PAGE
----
procedure insert(index : integer; str : string) is variable new_item : item_ptr; variable node : item_ptr; variable index_v : integer; begin -- Create the new object new_item := new item; new_item.str := new string'(str); -- Restrict the index to the list range if index >= length_i then index_v := length_i; elsif index <= -length_i then index_v := 0; else index_v := index mod length_i; end if; if index_v = 0 then -- The new object becomes root when inserting at position 0 new_item.next_item := root; root := new_item; else -- Find the node to insert after node := root; for i in 2 to index_v loop node := node.next_item; end loop; -- Insert the new item new_item.next_item := node.next_item; node.next_item := new_item; end if; length_i := length_i + 1; end procedure;
Step number two is to translate the index argument to an index that conforms to the list’s range. Python’s list.insert() implementation allows out of bounds indexes, and our VHDL list will allow it too. If the user references a too high or low index, it will default to the highest index, or element 0. Also, we use the modulo operator to translate any in-bounds negative indexes to a positive array position.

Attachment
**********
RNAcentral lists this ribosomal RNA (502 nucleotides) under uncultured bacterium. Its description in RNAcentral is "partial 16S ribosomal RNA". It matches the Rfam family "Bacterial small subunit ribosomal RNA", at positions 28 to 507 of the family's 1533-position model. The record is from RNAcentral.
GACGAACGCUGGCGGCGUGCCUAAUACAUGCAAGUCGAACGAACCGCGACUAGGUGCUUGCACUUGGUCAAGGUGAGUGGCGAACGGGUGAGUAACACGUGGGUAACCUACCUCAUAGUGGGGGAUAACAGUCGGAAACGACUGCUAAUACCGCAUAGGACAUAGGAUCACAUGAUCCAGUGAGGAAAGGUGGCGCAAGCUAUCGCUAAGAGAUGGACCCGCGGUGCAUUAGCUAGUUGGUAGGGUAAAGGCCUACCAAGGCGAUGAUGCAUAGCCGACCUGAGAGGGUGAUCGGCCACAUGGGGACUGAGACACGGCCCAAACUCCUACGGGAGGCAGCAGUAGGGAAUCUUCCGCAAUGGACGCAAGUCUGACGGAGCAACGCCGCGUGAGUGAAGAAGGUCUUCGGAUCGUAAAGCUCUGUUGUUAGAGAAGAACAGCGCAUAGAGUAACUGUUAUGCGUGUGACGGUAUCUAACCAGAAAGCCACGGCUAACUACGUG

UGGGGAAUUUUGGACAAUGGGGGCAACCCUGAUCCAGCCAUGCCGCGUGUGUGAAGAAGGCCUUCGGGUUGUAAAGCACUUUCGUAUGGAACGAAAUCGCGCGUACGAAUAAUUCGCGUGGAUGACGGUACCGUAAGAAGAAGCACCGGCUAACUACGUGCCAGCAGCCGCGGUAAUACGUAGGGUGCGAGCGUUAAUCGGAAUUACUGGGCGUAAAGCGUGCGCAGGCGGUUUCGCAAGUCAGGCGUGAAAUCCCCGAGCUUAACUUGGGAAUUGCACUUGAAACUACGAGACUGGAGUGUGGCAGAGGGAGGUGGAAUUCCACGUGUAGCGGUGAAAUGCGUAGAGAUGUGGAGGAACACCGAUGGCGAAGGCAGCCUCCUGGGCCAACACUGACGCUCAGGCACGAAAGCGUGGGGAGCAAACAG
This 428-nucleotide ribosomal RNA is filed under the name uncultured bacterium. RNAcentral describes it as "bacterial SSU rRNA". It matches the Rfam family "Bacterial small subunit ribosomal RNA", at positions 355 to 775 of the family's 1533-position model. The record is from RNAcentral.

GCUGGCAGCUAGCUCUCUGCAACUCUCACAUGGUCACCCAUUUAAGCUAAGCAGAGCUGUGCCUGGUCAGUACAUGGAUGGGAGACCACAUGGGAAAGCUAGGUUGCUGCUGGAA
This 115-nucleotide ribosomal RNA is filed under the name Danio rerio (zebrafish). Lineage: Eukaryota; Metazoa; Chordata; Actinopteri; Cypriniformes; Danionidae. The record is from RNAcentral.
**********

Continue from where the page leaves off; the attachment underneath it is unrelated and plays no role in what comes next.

In step number three, we walk the list to find the node to insert after. As always, with linked lists, we must explicitly handle the particular case of inserting at the root.
The fourth and final step is to increment the length_i variable to ensure that the bookkeeping is up to date.
Internal get_index and get_node functions
Because of VHDL’s object passing limitations, we decided to split pop() into two subprograms: get() and delete(). The first function will get the item, and the second procedure will remove it from the list.
But the algorithm for looking up the index or object is identical for get() and delete(), so we can implement it separately in two private functions: get_index() and get_node().
Unlike insert(), Python’s pop() function doesn’t allow out of bounds indexes, and neither will our get_index() function. To guard against user error, we will raise an assertion failure if the requested index is out of bounds, as shown below.
impure function get_index(index : integer) return integer is begin assert index >= -length_i and index < length_i report "get index out of list range" severity failure; return index mod length_i; end function;
The get_node() function, shown below, takes it a step further and finds the actual object at the specified index. It uses get_index() to look up the correct node and returns a pointer to the item object.
impure function get_node(index : integer) return item_ptr is variable node : item_ptr; begin node := root; for i in 1 to get_index(index) loop node := node.next_item; end loop; return node; end function;